Ultra Short Pulses Align Nano-Scale Components within a Complete Device

By: Peter Bechtold

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The trend in manufacturing today is to make everything smaller. Electronic gadgets, mechanical devices – everything is shrinking. Examples that come to mind are tiny MEMS accelerometers built into automotive seat belts, or miniature medical-diagnostic labs-on-a-chip, or one-inch hard-disk drives.

At the same time there is a demand for an increased functionality of devices, so more and more components have to be precisely positioned relative to each other. It is, however, impractical to achieve the precise alignments needed in a single manufacturing step. Instead, the prevailing technique, especially for nanometer-scale manufacturing, is to assemble parts in approximately the correct position, and then make high-precision adjustments to get the positioning within tolerances. Many adjustment processes, such as the laser-based temperature-gradient mechanism can often meet the demands of nano-manufacturing. Unfortunately, there are also cases where these processes are far from ideal, and sometimes they fail altogether. Thus, it is crucial to develop new micro- and especially nano-scale adjustment processes to meet the demands of current and future products.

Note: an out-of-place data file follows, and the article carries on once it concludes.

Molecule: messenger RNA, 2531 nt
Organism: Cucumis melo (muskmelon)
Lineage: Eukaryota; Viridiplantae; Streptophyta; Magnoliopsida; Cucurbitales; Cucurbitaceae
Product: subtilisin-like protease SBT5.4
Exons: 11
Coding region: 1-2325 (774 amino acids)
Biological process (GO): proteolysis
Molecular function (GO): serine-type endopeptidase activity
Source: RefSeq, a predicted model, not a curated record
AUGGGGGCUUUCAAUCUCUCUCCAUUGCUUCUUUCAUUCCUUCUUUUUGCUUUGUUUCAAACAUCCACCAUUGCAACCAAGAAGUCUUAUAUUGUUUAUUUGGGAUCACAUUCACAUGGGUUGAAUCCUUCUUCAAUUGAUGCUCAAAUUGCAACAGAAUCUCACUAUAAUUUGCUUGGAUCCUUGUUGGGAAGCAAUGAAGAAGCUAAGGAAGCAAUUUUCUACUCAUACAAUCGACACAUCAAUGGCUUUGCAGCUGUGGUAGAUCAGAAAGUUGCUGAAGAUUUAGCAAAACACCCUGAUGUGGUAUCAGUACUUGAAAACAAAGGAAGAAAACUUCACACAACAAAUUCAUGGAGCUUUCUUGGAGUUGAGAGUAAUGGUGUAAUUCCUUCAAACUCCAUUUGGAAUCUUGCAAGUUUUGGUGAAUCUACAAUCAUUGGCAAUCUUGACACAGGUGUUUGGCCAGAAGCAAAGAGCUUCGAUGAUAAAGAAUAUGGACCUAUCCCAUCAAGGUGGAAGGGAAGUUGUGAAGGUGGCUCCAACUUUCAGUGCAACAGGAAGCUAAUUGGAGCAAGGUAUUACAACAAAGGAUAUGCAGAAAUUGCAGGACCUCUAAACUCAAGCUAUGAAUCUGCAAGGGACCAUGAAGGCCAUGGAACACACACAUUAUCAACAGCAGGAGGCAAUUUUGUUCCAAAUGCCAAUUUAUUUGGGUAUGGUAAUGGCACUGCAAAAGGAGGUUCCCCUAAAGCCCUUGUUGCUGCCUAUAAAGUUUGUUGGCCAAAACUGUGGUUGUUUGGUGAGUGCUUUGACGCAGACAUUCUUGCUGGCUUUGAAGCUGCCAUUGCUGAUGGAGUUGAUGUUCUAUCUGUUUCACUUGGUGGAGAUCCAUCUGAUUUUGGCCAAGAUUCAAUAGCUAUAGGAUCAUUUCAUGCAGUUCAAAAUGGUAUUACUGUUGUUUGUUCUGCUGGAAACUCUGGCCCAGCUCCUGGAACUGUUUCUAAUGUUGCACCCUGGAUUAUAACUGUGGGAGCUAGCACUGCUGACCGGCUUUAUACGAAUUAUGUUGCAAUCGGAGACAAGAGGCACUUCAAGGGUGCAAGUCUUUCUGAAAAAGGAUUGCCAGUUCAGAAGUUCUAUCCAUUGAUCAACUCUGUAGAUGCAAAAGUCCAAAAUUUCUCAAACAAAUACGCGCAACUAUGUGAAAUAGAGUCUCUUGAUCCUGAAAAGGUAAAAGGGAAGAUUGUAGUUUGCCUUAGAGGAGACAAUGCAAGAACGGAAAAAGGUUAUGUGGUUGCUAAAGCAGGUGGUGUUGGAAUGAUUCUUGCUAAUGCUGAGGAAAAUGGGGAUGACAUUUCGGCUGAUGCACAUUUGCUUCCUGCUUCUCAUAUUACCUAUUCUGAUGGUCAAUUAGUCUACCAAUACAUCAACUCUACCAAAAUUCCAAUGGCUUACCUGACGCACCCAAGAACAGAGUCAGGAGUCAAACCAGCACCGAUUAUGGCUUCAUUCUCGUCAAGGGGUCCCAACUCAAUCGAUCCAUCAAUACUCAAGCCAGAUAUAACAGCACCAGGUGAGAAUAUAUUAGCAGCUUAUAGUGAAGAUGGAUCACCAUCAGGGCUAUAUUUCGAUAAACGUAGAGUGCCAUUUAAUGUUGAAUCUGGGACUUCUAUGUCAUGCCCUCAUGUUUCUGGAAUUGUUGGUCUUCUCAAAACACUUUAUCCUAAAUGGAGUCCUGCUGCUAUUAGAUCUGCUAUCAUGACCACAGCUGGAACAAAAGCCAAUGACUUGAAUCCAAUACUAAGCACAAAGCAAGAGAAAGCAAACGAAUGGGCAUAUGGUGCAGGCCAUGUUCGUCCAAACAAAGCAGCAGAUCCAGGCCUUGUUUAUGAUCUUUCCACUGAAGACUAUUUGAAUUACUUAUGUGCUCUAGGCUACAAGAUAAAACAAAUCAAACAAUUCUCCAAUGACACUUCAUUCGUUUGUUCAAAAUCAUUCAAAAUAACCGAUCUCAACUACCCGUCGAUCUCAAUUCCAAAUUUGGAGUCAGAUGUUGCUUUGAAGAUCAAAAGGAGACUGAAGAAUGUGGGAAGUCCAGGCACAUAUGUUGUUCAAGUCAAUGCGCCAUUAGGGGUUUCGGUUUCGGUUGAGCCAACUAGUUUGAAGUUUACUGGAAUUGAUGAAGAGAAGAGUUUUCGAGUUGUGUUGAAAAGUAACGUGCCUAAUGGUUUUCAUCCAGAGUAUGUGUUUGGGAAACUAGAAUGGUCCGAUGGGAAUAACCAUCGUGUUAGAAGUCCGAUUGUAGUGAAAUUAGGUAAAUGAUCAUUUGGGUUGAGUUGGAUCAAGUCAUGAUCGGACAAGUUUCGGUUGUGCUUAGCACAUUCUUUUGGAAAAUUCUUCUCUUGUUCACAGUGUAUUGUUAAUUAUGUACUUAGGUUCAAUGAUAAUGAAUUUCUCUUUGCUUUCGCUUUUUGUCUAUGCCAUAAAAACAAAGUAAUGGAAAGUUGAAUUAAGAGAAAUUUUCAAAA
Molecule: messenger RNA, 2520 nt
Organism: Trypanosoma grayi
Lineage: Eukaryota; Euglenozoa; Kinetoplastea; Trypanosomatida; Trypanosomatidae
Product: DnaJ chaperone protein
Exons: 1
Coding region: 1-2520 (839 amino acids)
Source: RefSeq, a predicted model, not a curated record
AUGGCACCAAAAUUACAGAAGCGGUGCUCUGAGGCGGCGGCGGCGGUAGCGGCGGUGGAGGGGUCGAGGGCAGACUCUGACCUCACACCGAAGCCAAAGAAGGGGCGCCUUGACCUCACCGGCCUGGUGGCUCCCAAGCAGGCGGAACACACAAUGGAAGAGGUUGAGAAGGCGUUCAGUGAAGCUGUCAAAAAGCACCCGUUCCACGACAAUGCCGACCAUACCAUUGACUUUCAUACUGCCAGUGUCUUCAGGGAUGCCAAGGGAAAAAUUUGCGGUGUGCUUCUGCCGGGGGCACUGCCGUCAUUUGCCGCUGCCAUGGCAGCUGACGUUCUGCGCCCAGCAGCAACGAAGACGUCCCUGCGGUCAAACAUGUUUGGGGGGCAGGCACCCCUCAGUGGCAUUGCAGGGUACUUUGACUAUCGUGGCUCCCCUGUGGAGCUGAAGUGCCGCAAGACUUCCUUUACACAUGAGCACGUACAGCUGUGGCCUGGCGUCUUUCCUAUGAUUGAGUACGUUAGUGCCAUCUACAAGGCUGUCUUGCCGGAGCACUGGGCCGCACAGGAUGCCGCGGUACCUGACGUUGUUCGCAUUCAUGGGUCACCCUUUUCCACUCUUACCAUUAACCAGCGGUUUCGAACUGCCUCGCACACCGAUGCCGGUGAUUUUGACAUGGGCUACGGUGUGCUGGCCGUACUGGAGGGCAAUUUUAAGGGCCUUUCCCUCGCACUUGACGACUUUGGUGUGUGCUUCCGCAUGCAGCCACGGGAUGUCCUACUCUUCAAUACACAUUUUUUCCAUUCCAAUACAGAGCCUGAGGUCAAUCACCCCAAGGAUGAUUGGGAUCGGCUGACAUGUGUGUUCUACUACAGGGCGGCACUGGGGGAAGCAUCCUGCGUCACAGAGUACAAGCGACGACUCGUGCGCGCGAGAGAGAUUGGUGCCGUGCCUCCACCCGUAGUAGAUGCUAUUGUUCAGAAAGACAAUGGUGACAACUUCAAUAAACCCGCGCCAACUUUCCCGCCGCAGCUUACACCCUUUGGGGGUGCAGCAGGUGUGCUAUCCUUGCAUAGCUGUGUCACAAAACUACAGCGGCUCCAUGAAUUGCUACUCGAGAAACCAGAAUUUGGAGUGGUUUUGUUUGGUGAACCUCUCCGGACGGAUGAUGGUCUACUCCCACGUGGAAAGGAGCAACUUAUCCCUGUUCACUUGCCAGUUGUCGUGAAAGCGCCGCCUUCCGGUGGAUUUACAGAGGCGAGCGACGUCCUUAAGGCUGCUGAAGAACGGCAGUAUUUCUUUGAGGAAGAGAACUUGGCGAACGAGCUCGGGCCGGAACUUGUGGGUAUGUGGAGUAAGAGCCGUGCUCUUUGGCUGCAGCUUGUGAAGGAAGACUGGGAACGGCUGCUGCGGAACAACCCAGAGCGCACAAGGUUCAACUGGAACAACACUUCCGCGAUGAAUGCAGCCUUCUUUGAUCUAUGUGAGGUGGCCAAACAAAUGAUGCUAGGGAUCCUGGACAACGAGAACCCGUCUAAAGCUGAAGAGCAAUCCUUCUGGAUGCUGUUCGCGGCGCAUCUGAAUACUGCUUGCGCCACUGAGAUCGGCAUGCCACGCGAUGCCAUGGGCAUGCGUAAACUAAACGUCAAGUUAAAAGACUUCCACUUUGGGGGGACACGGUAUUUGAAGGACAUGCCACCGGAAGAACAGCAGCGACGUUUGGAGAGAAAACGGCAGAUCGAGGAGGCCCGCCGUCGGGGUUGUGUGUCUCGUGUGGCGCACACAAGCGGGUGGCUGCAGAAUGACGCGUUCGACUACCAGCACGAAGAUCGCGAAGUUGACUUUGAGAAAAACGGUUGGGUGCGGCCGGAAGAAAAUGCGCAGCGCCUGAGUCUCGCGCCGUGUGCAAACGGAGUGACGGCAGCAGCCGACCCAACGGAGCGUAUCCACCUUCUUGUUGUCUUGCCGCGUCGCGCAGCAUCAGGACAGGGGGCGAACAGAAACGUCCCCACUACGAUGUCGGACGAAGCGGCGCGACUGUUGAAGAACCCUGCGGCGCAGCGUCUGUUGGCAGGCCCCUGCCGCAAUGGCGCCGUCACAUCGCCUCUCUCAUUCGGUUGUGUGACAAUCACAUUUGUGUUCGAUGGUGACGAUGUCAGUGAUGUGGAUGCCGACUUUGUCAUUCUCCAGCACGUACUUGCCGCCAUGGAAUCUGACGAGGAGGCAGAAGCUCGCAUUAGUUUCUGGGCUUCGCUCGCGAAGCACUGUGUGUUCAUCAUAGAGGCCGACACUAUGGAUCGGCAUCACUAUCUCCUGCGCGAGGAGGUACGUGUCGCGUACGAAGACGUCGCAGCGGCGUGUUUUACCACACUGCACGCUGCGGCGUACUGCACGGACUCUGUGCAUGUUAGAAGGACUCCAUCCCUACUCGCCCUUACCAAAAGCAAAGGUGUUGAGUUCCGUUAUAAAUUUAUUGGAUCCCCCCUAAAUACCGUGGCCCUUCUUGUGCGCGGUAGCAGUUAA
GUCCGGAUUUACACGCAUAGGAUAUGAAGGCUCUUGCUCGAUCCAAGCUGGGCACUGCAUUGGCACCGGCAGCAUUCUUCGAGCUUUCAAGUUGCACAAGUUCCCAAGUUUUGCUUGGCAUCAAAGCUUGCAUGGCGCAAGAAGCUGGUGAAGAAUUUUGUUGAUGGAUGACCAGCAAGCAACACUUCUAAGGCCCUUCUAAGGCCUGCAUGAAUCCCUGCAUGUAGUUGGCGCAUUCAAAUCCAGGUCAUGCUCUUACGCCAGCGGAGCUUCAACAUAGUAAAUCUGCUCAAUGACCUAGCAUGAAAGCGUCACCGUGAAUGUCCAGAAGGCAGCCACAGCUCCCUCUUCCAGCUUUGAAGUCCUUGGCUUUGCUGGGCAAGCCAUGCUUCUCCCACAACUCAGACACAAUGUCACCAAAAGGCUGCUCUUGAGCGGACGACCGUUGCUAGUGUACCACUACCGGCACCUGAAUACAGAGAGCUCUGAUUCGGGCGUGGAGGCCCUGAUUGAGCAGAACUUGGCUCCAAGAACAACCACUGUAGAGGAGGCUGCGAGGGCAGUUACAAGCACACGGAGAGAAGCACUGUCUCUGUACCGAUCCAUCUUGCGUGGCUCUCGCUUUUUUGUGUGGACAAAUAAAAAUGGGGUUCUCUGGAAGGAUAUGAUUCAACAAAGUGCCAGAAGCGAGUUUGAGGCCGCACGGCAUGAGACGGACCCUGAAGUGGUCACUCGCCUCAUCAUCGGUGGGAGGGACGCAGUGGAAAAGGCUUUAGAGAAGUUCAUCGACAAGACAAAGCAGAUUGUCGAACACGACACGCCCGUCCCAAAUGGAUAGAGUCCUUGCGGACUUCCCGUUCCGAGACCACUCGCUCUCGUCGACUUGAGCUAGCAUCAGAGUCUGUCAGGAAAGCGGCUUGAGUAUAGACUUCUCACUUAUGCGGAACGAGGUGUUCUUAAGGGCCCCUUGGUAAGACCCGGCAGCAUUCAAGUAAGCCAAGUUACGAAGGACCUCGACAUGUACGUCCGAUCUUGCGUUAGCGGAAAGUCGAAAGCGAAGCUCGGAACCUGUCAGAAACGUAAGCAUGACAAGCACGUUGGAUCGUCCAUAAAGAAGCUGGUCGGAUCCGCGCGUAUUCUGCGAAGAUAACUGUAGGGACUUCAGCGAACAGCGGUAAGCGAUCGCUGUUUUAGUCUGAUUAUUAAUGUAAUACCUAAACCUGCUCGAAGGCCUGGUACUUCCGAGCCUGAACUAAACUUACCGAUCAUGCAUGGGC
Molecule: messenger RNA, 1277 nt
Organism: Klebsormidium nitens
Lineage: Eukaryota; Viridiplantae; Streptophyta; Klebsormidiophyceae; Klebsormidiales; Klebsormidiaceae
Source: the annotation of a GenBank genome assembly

Within the paper and presentation we will describe such a new process. We use ultrashort laser pulses to induce a micro shockwave in the workpiece, resulting in a highly controllable, sub-nanometer deformation of the piece. The process is effective in a wide variety of materials, and the interaction mechanism is almost non-thermal, which means that there is a negligible thermal impact on the workpiece.

An analysis based on models of ultrashort laser pulse – material interaction will be introduced and compared to experimental results and the long-term stability will be discussed. As another possible application of this process mechanism besides micro adjustment virtually free-form mirrors fabricated by micro shockwave bending will be presented. The topography of such a mirror is depicted in the attached figure. The original substrate material was a totally flat silicon wafer of 300 µm thickness. It was deformed into a four-facetted mirror geometry using micro shockwave bending solely. Such mirrors could be used in a wide variety of optical systems, for wavefront error correction or beam profile modification for instance.

The above brief overview was extracted from its original abstract and paper presented at The International Congress on Applications of Lasers & Electro-Optics (ICALEO) in Orlando, FL. To order a copy of the complete proceedings from this conference click here